Does promoting plant-based products in Veganuary lead to increased sales, and a reduction in meat sales? A natural experiment in a supermarket setting

Public Health Nutr. 2022 Nov;25(11):3204-3214. doi: 10.1017/S1368980022001914. Epub 2022 Sep 8.


Objective: To explore changes in plant-based and meat product sales during and after implementation of a multi-component in-store intervention implemented by a major UK food retailer. Secondary objectives included exploring differences by store format and area affluence.

Design: The intervention increased the visibility, accessibility, affordability and availability of a selection of plant-based products. Unit sales of plant-based and meat products during the intervention (January 2021) were compared with pre- (November 2020) and post-intervention (February and March 2021). Non-meat product sales were assessed as a control. Negative binomial mixed models were used to explore sales changes and differences by store format or affluence.

Setting: The intervention was applied in a real-world supermarket setting during Veganuary.

Participants: Stores that applied the full intervention (n 154) were included for analysis. Weekly sales data for each store were obtained from the retailer.

Results: Average weekly unit sales of plant-based products increased significantly (57 %) during the intervention period (incidence rate ratio (IRR) 1·52 (95 % CI1·51, 1·55)). Plant-based product sales decreased post-intervention but remained 15 % higher than pre-intervention (IRR 1·13 (95 % CI 1·12, 1·14)). There was no significant change in meat sales according to time period. The increase in plant-based product sales was greatest at superstores (58 %), especially those located in below average affluence areas (64 %).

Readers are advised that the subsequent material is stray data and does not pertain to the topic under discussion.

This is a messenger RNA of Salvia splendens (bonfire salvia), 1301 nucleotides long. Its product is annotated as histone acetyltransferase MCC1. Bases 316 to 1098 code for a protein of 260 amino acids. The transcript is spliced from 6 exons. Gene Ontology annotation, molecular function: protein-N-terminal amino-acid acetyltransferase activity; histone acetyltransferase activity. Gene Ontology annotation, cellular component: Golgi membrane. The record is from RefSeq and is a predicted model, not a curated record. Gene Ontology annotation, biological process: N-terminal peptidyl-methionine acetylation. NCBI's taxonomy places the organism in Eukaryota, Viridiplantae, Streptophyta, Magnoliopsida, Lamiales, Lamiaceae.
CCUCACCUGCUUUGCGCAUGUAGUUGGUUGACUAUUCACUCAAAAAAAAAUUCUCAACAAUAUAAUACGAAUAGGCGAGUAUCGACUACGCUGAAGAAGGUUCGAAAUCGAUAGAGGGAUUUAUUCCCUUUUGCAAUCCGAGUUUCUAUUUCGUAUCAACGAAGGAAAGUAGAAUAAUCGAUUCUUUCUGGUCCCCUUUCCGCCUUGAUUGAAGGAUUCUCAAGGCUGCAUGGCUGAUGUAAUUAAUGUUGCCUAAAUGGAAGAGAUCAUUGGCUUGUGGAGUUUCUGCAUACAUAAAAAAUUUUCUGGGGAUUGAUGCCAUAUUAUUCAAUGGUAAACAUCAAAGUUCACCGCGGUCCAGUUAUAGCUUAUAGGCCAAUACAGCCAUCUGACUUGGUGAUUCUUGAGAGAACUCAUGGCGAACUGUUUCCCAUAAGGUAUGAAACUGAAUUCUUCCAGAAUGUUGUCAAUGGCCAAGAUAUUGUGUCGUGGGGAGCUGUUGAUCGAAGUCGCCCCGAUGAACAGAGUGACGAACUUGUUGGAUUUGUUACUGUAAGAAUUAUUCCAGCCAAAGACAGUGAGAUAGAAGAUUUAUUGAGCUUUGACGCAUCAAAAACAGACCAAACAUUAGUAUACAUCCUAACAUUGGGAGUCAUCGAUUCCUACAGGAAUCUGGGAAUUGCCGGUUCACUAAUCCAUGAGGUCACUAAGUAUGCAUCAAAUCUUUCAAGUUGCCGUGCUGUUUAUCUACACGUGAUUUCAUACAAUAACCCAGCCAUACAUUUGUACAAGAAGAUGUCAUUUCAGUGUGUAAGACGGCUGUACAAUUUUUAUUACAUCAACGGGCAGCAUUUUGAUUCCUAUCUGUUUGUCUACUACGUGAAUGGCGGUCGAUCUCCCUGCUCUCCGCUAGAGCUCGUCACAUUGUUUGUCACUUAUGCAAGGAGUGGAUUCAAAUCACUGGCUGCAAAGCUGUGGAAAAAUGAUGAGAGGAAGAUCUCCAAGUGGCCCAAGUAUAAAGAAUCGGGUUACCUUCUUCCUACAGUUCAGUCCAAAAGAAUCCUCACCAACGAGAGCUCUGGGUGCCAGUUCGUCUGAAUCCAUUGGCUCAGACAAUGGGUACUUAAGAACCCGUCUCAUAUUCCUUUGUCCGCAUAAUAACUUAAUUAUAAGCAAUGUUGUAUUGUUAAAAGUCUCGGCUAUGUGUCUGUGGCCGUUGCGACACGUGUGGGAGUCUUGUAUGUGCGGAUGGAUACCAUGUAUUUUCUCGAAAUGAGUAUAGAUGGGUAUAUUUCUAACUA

Conclusions: Results suggest that increasing visibility, accessibility, affordability and availability of plant-based products led to increased sales, with evidence of lasting effects. No significant changes in meat sales were observed. Variation according to store format and area affluence indicates targeted intervention approaches are needed.

Keywords: Behaviour change; Food retail; Impact evaluation; Intervention; Meat reduction; Sustainable diets; Veganuary.

Publication types

  • Research Support, Non-U.S. Gov't

MeSH terms

  • Commerce*
  • Food Preferences
  • Food Supply
  • Humans
  • Meat
  • Supermarkets*